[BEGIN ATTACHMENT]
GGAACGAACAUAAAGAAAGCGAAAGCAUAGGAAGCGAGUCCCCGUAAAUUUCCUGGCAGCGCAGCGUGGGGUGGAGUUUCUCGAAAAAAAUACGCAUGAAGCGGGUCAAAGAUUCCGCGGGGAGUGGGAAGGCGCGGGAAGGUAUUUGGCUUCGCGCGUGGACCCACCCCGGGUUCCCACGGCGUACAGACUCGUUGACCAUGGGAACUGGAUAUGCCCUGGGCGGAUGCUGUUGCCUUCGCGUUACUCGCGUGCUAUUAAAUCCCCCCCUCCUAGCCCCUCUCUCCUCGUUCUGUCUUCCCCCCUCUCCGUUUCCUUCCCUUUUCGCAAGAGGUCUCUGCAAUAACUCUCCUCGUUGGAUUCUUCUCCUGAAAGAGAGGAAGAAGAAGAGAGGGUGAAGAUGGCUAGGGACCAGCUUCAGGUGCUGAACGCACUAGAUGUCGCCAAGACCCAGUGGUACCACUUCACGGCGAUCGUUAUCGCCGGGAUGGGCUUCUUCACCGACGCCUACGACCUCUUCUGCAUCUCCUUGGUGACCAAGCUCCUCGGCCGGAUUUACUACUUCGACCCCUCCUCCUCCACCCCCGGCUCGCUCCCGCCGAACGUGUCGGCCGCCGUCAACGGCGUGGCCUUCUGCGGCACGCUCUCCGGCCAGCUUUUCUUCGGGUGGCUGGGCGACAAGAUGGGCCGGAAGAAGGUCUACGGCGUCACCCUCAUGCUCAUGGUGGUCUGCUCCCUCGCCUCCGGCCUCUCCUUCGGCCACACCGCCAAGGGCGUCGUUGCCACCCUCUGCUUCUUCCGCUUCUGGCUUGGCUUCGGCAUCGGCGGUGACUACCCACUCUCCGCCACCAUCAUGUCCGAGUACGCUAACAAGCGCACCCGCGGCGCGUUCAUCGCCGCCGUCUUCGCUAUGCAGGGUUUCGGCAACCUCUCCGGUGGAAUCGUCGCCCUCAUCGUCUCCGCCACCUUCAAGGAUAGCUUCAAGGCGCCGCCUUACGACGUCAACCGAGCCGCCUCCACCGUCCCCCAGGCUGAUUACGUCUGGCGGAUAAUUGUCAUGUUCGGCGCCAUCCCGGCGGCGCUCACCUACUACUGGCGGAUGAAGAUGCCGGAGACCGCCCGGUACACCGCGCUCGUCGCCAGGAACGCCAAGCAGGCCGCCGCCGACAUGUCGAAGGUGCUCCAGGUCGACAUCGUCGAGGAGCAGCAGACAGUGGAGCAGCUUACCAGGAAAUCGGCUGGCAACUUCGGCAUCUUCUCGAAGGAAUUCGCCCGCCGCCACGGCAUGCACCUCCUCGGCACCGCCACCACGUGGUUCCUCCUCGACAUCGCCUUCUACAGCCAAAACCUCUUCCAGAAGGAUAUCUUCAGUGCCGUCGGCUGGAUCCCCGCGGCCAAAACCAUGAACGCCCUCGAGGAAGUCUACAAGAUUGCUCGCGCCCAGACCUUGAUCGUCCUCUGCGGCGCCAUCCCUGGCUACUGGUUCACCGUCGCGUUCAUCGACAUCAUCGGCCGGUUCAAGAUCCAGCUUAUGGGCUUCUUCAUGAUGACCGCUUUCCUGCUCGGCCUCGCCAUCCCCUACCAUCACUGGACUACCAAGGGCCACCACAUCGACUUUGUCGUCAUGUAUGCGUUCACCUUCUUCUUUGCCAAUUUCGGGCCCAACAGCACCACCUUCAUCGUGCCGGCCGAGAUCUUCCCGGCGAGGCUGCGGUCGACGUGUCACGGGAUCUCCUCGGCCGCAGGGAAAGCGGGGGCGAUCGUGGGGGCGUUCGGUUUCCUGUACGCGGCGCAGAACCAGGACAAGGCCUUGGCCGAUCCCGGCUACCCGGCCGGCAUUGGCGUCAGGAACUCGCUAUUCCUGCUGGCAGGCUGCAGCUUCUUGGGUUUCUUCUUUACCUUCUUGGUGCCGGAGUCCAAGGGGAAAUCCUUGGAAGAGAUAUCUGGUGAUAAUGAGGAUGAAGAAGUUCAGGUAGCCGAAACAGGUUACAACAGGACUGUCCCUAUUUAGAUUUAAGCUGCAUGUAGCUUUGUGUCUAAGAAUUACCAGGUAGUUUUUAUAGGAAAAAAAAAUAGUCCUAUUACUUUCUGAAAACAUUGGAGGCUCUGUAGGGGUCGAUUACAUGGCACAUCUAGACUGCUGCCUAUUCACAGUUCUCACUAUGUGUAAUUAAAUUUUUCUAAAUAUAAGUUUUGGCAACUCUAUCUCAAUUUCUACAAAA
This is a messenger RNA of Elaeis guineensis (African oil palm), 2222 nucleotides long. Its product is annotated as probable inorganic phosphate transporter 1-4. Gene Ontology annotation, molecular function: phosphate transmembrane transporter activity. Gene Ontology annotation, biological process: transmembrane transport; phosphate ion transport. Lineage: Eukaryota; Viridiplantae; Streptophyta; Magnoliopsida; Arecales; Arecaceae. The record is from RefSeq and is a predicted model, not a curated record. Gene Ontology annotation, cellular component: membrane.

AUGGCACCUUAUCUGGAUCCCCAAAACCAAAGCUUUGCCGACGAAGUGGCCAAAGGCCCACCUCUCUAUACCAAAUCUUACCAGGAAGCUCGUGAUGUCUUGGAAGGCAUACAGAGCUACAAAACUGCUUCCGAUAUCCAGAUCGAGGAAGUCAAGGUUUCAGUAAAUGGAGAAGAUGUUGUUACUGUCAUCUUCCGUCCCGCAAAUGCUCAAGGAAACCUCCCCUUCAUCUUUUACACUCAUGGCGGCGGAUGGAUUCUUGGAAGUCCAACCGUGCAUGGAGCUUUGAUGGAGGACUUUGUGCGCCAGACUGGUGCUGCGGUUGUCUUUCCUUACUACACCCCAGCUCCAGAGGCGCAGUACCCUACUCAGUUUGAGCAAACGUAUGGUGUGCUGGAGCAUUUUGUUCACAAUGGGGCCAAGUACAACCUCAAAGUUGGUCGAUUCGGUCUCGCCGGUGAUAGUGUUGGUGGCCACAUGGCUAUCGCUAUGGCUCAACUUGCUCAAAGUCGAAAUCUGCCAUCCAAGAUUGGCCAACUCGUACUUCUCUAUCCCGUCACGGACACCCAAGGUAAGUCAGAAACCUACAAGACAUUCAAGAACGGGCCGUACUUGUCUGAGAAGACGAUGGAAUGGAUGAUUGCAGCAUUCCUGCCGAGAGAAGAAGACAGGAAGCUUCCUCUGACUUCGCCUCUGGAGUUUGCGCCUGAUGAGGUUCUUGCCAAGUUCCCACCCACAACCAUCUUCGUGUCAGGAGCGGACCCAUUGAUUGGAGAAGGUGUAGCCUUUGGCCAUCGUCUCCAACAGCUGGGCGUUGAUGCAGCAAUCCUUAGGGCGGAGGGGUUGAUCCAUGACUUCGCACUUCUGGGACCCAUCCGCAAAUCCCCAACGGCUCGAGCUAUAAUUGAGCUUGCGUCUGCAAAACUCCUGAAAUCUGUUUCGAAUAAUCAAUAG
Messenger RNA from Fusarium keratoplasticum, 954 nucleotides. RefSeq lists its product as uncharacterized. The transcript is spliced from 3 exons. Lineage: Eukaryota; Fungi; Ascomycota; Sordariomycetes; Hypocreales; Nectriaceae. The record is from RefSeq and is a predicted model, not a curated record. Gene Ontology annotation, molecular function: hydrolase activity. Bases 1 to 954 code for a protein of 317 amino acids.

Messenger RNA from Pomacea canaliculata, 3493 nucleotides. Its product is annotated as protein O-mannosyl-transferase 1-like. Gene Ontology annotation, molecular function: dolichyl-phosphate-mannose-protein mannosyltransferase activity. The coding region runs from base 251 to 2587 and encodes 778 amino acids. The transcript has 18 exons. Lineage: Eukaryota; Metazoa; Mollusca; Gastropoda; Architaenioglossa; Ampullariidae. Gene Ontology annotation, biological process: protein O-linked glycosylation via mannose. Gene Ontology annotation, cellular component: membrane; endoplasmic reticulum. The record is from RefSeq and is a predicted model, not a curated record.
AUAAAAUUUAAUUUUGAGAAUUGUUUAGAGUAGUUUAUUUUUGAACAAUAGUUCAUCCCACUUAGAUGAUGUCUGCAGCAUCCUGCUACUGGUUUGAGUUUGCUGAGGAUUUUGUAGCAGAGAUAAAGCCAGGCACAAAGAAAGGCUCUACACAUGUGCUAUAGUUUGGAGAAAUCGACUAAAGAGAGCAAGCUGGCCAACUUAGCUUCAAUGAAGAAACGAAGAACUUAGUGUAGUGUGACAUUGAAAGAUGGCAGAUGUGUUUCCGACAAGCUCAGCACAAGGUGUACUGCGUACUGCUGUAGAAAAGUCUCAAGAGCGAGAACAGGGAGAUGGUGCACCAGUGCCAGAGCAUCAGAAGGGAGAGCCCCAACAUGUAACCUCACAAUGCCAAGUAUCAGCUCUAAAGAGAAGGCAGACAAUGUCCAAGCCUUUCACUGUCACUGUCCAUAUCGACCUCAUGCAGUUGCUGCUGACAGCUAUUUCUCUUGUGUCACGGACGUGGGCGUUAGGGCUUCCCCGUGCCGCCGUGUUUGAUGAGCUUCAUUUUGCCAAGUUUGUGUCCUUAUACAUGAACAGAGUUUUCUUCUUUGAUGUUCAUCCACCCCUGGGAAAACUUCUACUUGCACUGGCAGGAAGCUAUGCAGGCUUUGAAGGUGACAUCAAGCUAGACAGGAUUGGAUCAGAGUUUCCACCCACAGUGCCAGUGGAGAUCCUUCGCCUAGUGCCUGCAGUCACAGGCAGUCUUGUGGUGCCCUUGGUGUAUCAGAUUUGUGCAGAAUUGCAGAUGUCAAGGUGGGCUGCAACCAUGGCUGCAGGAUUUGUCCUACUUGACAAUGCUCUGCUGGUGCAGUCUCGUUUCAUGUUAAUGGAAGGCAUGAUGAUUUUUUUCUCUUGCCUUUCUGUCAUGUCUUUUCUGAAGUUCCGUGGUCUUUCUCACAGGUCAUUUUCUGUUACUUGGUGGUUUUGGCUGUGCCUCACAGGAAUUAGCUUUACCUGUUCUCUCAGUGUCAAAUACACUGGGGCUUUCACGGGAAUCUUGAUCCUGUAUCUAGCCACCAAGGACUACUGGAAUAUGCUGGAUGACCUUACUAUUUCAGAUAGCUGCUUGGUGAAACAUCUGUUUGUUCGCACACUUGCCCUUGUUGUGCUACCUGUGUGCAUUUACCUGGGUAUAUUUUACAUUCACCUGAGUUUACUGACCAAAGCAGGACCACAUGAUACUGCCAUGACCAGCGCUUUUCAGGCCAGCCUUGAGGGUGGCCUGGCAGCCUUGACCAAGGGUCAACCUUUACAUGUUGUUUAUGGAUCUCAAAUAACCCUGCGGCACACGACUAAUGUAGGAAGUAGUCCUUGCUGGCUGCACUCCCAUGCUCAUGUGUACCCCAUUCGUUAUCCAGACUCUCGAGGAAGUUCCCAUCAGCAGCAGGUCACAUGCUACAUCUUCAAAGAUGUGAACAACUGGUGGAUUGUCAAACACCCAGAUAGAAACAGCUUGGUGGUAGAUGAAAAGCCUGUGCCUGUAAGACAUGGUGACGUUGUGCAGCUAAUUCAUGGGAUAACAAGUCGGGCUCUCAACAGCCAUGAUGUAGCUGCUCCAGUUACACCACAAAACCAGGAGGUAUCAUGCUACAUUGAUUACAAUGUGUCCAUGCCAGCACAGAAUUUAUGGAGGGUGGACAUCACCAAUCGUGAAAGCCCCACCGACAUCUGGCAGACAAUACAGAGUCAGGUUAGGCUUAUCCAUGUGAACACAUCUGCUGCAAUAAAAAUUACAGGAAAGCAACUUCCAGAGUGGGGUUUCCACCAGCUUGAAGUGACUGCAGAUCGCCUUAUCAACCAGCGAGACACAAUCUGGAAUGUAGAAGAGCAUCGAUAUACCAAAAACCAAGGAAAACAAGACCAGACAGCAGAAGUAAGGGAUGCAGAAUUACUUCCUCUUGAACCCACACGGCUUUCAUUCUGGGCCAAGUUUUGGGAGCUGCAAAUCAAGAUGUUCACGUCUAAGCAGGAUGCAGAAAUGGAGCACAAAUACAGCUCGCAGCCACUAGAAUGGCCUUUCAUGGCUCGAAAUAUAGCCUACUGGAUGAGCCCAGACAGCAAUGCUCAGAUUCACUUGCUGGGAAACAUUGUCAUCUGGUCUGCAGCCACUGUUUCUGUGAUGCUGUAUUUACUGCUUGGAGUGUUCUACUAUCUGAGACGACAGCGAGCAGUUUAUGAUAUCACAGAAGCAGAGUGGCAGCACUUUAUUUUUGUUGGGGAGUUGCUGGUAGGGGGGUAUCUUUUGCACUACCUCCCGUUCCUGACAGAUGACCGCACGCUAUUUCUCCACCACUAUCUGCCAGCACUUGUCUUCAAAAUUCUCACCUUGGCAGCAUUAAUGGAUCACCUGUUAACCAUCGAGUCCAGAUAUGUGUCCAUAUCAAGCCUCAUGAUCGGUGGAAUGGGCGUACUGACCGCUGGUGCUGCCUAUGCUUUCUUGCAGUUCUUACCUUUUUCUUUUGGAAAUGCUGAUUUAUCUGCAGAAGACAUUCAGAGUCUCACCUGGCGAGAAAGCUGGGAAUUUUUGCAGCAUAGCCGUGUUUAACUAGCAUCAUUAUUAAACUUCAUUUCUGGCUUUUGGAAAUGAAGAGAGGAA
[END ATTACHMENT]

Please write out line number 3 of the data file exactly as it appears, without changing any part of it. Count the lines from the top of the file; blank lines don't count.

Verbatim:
AUGGCACCUUAUCUGGAUCCCCAAAACCAAAGCUUUGCCGACGAAGUGGCCAAAGGCCCACCUCUCUAUACCAAAUCUUACCAGGAAGCUCGUGAUGUCUUGGAAGGCAUACAGAGCUACAAAACUGCUUCCGAUAUCCAGAUCGAGGAAGUCAAGGUUUCAGUAAAUGGAGAAGAUGUUGUUACUGUCAUCUUCCGUCCCGCAAAUGCUCAAGGAAACCUCCCCUUCAUCUUUUACACUCAUGGCGGCGGAUGGAUUCUUGGAAGUCCAACCGUGCAUGGAGCUUUGAUGGAGGACUUUGUGCGCCAGACUGGUGCUGCGGUUGUCUUUCCUUACUACACCCCAGCUCCAGAGGCGCAGUACCCUACUCAGUUUGAGCAAACGUAUGGUGUGCUGGAGCAUUUUGUUCACAAUGGGGCCAAGUACAACCUCAAAGUUGGUCGAUUCGGUCUCGCCGGUGAUAGUGUUGGUGGCCACAUGGCUAUCGCUAUGGCUCAACUUGCUCAAAGUCGAAAUCUGCCAUCCAAGAUUGGCCAACUCGUACUUCUCUAUCCCGUCACGGACACCCAAGGUAAGUCAGAAACCUACAAGACAUUCAAGAACGGGCCGUACUUGUCUGAGAAGACGAUGGAAUGGAUGAUUGCAGCAUUCCUGCCGAGAGAAGAAGACAGGAAGCUUCCUCUGACUUCGCCUCUGGAGUUUGCGCCUGAUGAGGUUCUUGCCAAGUUCCCACCCACAACCAUCUUCGUGUCAGGAGCGGACCCAUUGAUUGGAGAAGGUGUAGCCUUUGGCCAUCGUCUCCAACAGCUGGGCGUUGAUGCAGCAAUCCUUAGGGCGGAGGGGUUGAUCCAUGACUUCGCACUUCUGGGACCCAUCCGCAAAUCCCCAACGGCUCGAGCUAUAAUUGAGCUUGCGUCUGCAAAACUCCUGAAAUCUGUUUCGAAUAAUCAAUAG